Let me preface this blurt of thoughts about the Derby game with these two points:
- Derby are the best team in the Championship. About this there can be no real argument, given what I’ve seen of all the others so far this season.
- Given the boos at half time, and what I’ve seen on Twitter, you most likely aren’t going to agree with this, but I’ll try and back up what I’m saying, so read on if you want someone to argue with…
So then, this was a game played between two good, evenly-matched sides. It was a good game. It had goalmouth stuff, it had tactical intrigue and in the end it had a bit of needle. We had chances, they had chances, both keepers played well, three very good goals were scored. I don’t really know what you’re moaning about.
That’s not true. I do know what you’re moaning about. Team selection. Let me tell you why you’re wrong. Not completely wrong, but not right at least.
Derby, as previously mentioned, are really good. They deserved to go up last year, and like Leicester before them have used a near miss as galvanisation to improve on their clearly high platform, which is something we failed to do massively post-Wembley. Not only are they a very well-organised bunch of lads – with a coach of high pedigree, if not popularity – but they also have a squad full of talented players both young and experienced. In Chris Martin, Johnny Russell, Jeff Hendrick and Richard Keogh they have a spine of players all the right side of 30 but with a lot of playing time under their belt. Supplement this with some nifty young players in Will Hughes and Jordan Ibe and you get the aforementioned ‘really good team’.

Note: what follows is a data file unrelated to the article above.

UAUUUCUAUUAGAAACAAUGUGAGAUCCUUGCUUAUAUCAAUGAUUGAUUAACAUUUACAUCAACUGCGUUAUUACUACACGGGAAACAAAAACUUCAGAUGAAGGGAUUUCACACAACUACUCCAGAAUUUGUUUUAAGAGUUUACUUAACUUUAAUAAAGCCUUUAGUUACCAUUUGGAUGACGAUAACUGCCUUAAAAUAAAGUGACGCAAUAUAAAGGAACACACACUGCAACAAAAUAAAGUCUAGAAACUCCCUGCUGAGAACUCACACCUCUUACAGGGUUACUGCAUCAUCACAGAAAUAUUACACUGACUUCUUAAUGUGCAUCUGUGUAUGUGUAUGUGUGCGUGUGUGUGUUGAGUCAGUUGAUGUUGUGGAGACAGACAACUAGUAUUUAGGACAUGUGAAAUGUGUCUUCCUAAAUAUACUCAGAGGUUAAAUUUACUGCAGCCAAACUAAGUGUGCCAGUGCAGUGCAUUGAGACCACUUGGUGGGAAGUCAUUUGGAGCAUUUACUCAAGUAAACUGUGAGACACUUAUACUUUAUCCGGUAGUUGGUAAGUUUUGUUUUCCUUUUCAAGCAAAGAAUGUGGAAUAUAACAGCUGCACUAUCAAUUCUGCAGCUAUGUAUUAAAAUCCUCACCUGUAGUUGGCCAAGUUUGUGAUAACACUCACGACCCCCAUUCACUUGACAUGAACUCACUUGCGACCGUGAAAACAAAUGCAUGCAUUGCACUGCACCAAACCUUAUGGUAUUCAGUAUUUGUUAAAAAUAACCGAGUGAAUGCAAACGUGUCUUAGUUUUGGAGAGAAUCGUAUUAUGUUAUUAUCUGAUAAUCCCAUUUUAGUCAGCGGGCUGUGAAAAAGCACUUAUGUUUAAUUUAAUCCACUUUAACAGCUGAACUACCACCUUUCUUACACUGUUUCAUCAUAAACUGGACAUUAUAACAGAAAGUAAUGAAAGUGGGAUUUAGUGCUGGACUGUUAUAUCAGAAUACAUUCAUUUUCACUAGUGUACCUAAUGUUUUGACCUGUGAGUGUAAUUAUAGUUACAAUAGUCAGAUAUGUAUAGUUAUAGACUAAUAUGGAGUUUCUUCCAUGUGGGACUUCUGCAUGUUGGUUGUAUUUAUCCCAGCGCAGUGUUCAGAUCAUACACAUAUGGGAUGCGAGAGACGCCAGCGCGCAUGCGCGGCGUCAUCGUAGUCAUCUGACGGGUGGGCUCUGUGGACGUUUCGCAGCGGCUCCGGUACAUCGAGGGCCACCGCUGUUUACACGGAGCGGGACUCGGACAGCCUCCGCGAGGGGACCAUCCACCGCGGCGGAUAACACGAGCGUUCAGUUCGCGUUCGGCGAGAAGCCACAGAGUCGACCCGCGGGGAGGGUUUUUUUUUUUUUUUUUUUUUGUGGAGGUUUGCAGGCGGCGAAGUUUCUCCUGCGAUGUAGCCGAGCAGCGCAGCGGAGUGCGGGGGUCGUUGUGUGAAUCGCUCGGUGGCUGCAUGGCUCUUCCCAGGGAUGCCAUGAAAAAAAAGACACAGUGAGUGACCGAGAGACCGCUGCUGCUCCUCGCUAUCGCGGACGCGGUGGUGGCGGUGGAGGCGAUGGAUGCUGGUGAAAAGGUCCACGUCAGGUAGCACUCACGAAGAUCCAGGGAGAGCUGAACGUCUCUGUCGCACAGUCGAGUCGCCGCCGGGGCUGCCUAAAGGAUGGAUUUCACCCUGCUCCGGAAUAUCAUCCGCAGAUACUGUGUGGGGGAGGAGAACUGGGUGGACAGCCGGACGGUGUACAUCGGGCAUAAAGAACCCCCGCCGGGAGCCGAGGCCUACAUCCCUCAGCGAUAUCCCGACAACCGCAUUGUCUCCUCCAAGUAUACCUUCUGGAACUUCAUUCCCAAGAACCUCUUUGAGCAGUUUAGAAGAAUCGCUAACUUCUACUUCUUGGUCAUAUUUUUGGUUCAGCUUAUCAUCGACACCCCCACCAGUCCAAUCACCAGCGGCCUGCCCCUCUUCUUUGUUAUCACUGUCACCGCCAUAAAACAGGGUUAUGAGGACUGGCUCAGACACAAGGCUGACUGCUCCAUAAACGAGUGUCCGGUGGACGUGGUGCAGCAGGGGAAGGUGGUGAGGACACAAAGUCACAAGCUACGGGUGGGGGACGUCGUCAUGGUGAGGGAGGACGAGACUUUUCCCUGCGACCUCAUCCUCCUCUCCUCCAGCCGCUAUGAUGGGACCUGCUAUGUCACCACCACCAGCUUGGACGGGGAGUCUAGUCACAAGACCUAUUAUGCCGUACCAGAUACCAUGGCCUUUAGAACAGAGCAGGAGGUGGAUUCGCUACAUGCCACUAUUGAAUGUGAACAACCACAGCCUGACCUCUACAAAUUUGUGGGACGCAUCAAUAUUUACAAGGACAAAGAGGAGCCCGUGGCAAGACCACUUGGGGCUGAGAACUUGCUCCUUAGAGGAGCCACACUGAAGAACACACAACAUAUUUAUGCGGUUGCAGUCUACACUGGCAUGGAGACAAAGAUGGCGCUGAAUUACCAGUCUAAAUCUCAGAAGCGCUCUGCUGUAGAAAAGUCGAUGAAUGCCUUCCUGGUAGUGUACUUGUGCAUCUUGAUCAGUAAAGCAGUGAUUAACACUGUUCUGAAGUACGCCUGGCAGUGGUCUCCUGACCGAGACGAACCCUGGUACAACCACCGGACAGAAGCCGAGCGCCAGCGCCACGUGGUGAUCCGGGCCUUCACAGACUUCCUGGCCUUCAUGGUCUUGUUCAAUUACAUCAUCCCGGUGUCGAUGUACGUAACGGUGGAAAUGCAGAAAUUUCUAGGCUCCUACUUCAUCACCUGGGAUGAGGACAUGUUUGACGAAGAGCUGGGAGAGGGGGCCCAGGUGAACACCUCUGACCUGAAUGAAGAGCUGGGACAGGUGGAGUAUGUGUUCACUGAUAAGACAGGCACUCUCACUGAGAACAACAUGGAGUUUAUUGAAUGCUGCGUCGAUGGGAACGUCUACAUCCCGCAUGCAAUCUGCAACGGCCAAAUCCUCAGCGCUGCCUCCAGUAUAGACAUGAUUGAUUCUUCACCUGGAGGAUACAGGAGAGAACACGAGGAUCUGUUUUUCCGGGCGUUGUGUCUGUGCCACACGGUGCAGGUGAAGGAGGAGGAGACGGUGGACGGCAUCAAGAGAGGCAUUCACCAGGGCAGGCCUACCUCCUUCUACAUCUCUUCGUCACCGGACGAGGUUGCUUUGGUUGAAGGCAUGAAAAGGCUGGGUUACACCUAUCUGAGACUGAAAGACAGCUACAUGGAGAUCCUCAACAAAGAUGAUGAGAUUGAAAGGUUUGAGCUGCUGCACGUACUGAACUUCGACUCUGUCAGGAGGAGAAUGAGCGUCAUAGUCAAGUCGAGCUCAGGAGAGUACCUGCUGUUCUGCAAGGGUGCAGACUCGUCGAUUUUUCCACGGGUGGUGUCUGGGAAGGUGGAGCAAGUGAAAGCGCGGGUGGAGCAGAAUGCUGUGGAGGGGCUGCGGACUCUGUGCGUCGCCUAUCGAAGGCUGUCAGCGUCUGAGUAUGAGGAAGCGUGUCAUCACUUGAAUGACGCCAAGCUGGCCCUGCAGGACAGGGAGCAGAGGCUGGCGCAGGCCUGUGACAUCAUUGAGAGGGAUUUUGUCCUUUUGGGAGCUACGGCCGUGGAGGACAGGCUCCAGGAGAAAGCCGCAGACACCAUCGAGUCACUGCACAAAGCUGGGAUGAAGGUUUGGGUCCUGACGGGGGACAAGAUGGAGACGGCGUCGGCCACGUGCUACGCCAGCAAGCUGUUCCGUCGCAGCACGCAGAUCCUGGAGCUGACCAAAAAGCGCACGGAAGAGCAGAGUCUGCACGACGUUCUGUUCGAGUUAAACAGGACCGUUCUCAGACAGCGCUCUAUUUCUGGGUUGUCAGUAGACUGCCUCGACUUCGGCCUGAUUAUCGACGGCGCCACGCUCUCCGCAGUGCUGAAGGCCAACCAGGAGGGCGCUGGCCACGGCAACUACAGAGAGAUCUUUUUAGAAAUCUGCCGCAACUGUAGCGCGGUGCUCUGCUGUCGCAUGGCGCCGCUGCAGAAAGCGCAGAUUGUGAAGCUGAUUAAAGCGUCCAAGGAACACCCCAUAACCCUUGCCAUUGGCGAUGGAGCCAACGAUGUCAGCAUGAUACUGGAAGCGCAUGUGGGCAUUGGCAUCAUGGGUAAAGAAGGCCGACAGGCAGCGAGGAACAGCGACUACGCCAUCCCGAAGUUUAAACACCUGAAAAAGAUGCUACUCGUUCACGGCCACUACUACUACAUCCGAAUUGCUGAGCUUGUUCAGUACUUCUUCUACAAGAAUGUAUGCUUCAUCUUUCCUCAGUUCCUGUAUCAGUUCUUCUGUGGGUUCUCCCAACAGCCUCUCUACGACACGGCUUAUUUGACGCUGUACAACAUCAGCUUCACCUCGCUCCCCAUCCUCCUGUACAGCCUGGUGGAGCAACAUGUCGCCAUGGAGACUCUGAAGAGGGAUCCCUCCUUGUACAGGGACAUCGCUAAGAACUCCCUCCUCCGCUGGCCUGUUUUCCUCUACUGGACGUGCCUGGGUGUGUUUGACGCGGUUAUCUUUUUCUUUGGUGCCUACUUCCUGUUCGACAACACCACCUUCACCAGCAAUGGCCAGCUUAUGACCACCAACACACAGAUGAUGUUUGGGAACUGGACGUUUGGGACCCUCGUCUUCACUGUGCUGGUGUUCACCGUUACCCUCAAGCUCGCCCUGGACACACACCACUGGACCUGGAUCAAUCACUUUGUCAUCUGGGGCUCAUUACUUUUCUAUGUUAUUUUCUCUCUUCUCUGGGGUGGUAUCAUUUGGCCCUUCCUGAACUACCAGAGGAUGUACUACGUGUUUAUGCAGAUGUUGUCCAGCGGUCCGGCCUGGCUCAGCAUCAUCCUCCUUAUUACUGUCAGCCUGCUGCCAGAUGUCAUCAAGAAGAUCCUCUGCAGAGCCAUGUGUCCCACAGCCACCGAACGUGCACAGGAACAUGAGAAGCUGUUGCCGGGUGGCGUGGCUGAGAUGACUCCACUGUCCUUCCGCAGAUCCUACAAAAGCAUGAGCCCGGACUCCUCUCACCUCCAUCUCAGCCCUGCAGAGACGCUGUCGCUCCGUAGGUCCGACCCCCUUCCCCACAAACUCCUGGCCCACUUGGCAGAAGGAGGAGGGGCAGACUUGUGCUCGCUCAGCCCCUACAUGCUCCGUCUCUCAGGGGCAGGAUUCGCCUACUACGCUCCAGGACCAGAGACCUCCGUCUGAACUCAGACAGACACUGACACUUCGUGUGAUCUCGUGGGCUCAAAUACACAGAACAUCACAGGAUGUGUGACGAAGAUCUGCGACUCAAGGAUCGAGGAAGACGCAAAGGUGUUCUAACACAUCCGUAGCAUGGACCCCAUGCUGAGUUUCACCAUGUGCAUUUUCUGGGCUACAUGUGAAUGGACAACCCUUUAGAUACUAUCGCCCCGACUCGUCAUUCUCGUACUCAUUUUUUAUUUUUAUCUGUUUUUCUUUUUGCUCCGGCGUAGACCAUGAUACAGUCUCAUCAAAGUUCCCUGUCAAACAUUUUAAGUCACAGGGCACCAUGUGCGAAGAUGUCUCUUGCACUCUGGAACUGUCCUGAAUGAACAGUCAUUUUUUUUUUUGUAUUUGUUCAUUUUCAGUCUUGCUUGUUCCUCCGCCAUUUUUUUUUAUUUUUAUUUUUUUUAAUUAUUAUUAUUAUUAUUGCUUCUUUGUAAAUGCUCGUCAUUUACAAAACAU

When faced with really good teams, you have two options. The first is to play your usual game and hope that your strengths outweigh theirs. The other is to try and nullify their threat. Slavisa Jokanovic – given two weeks to think about it – chose the latter, and had clearly spent a lot of time working on how the side would be set up.
Derek Payne was incredulous on Three Counties after the game that Jokanovic had started four forwards against a team who’s strength was clearly their midfield. He probably saw the team sheet and thought of this:
Ridiculous, said he, that we would completely neglect midfield against such a strong team.
In reality, this was how the side was set up.
Derby have a midfield of guile and creativity. They are Jokanovic’s ideal – a side who can control the ball and use possession intelligently. How many times in the past have we bemoaned the fact that our midfield was simply outrun; that we just hadn’t had a chance to put our foot on the ball? This was the antidote: to compress and win the midfield battle.
The first half was like a game of Pong, with the two paddles set about five centimetres away from each other. When the ball was in play by the halfway line – which was a lot – there was about twenty metres between Bassong, our last line of defence, and Deeney. Every time the ball was allowed to leave the cramped middle third, a chance was carved out, and it was only great performances from Jonathan Bond and Jack Butland that prevented a rugby score. People may point to Bond’s two first half worldies keeping us in the game, but similarly Butland was forced into two smart saves from Deeney and if someone had thought to give Forestieri a ‘man on’ shout when he was played in, would have been forced into trying to make another.